After deadly Nevada crash, federal investigators want cars to warn drivers if they're speeding

DETROIT (AP) — Federal accident investigators want automakers to install systems on all new vehicles that warn drivers when they go over the speed limit, and it is asking regulators to figure out how states can electronically limit speeds on vehicles driven by repeat traffic offenders.

The National Transportation Safety Board's recommendations to combat excessive speeding came after a hearing Tuesday on a January 2022 crash in North Las Vegas, Nevada. In that crash, the driver of a Dodge Challenger with a long record of speeding ran a red light at 103 miles per hour (166 kilometers per hour) and slammed into a minivan, killing himself and eight others.

The board, which can only make recommendations and has no regulatory authority, determined that the Challenger driver's excessive speed and failure to obey a stop sign and red light caused the crash. His impairment from cocaine and PCP contributed. But it also found that the state of Nevada failed to seriously punish the driver after he was charged with five speeding violations in the 17 months before the crash.

Some of the violations were reduced to parking tickets in plea bargains, and neighboring courts were unaware of the string of driving problems in other courts, the board said.

From 1992 to 2017, the driver was convicted of 11 traffic violations including three speeding violations. Yet at the time of the crash, his official state driving record had only one moving violation listed, for speeding in 2017, the NTSB said.

“The state of Nevada must do better about removing the silos of adjacent courts and sharing information,” board member Michael Graham said. “The state of Nevada failed to hold the driver accountable.”

NTSB staff members said the problem of one court not knowing what another has done with a repeat traffic violator happens in other states as well. They said that unless court data is distributed widely, it will be hard to impose punishment.

Also, the Nevada Legislature in 2021 decriminalized traffic offenses including speeding less than 30 mph (48 kph) over the limit, making tickets a civil offense and lifting the possibility of jail time for unpaid fines. Serious offenses including 30 mph above the limit and driving under the influence of drugs or alcohol remain criminal offenses.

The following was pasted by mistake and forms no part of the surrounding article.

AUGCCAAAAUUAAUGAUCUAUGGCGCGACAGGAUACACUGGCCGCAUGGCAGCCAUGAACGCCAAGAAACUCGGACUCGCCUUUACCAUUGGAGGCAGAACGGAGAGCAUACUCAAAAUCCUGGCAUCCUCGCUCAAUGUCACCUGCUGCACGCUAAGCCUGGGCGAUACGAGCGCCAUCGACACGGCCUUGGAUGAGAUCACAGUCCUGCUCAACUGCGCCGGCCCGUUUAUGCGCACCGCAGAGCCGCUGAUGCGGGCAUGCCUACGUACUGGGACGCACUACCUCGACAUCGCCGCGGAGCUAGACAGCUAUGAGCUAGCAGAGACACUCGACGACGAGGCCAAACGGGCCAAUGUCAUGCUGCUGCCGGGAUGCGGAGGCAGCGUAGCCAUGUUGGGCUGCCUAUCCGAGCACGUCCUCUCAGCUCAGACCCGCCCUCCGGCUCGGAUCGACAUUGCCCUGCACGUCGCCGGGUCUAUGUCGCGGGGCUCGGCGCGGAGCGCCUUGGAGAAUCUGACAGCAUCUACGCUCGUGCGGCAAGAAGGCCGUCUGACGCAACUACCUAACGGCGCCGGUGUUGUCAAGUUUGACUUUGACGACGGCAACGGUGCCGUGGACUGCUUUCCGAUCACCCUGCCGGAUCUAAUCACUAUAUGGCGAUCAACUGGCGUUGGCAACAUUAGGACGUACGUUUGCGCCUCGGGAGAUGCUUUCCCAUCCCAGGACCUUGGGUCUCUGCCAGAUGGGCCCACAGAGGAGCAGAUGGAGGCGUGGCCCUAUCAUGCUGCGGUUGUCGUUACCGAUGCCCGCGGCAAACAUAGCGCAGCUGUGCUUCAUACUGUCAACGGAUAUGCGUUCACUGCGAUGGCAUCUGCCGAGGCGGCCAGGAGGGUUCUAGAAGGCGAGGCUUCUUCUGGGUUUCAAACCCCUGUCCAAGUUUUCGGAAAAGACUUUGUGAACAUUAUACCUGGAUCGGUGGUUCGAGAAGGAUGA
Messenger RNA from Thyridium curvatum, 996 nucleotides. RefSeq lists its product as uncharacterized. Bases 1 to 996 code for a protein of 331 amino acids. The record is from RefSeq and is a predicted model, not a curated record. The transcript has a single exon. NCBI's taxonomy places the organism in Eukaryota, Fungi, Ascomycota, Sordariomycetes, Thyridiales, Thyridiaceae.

Clark County District Attorney Steve Wolfson in Las Vegas and aides to Nevada state Attorney General Aaron Ford did not immediately respond to messages about the NTSB findings.

The NTSB also recommended that the National Highway Traffic Safety Administration develop measures to reduce the number of repeat speeding offenders, and to develop guidelines to help states test speed-limiting devices on vehicles owned by repeat offenders.

NHTSA will be asked to require as standard equipment on all new vehicles “intelligent speed assistance systems” that use cameras and mapping to determine the speed limit and at minimum, warn drivers when they go over it. The board also discussed pushing states to install active systems that make it harder for a repeat offender to speed, or limit speeding altogether.

The Alliance for Automotive Innovation, a trade group representing automakers, said technology can play a role in reducing speed-related crashes, but the group has long backed policies focusing on education, enforcement and infrastructure investment.

NTSB Chairwoman Jennifer Homendy expressed frustration that prior recommendations that NHTSA include speed limit warnings in its new car ratings have gone unheeded. Adding the warnings to features outlined in NHTSA's “New Car Assessment Program” would prod automakers to install the features to compete over safety, Homendy said.

“We're sick of not seeing action by NHTSA,” she said in an interview.

She said speeding accounts for one third of the roughly 43,000 U.S. traffic deaths each year. As recently as last week, speeding was a factor in a Texas crash in which eight people died, Homendy said.

In a statement, a NHTSA spokeswoman said the safety agency welcomes NTSB input and carefully reviews it. In March of last year the agency sought public comment on updates to the new vehicle ratings, including whether speed limiters or warnings should be added. The agency, she said, is reviewing comments and is developing a regulation.

The NTSB also asked the Insurance Institute for Highway Safety to study the impact of automotive marketing ads that the board said encourage speeding. Homendy cited a Dodge muscle car ad that she said emphasizes speed “and encourages drivers to never lift their foot off the gas pedal.”

The North Las Vegas crash on a weekend evening killed the 59-year-old driver with a history of traffic and criminal offenses and his 46-year-old male passenger in the Challenger that investigators found accelerated before it ran a red light and slammed into the minivan.

Three other vehicles were damaged in chain-reaction crashes at the busy multi-lane crossroads. In all, 15 people were involved.

The seven dead family members ranged in age from 5 to 35 years old and lived in North Las Vegas.

An autopsy found the driver who caused the crash, Gary Dean Robinson of North Las Vegas, had levels of cocaine and PCP in his system above levels at which Nevada law says a driver is presumed to be intoxicated. Records showed he had a yearslong history of traffic and criminal offenses, including speeding, and served time in state prison after pleading guilty in 2004 to felony cocaine possession and violating probation.

Just days before the crash, Robinson pleaded guilty in Las Vegas to speeding, the Las Vegas Review-Journal reported. He was fined $150.


Associated Press Writer Ken Ritter in Las Vegas contributed to this report.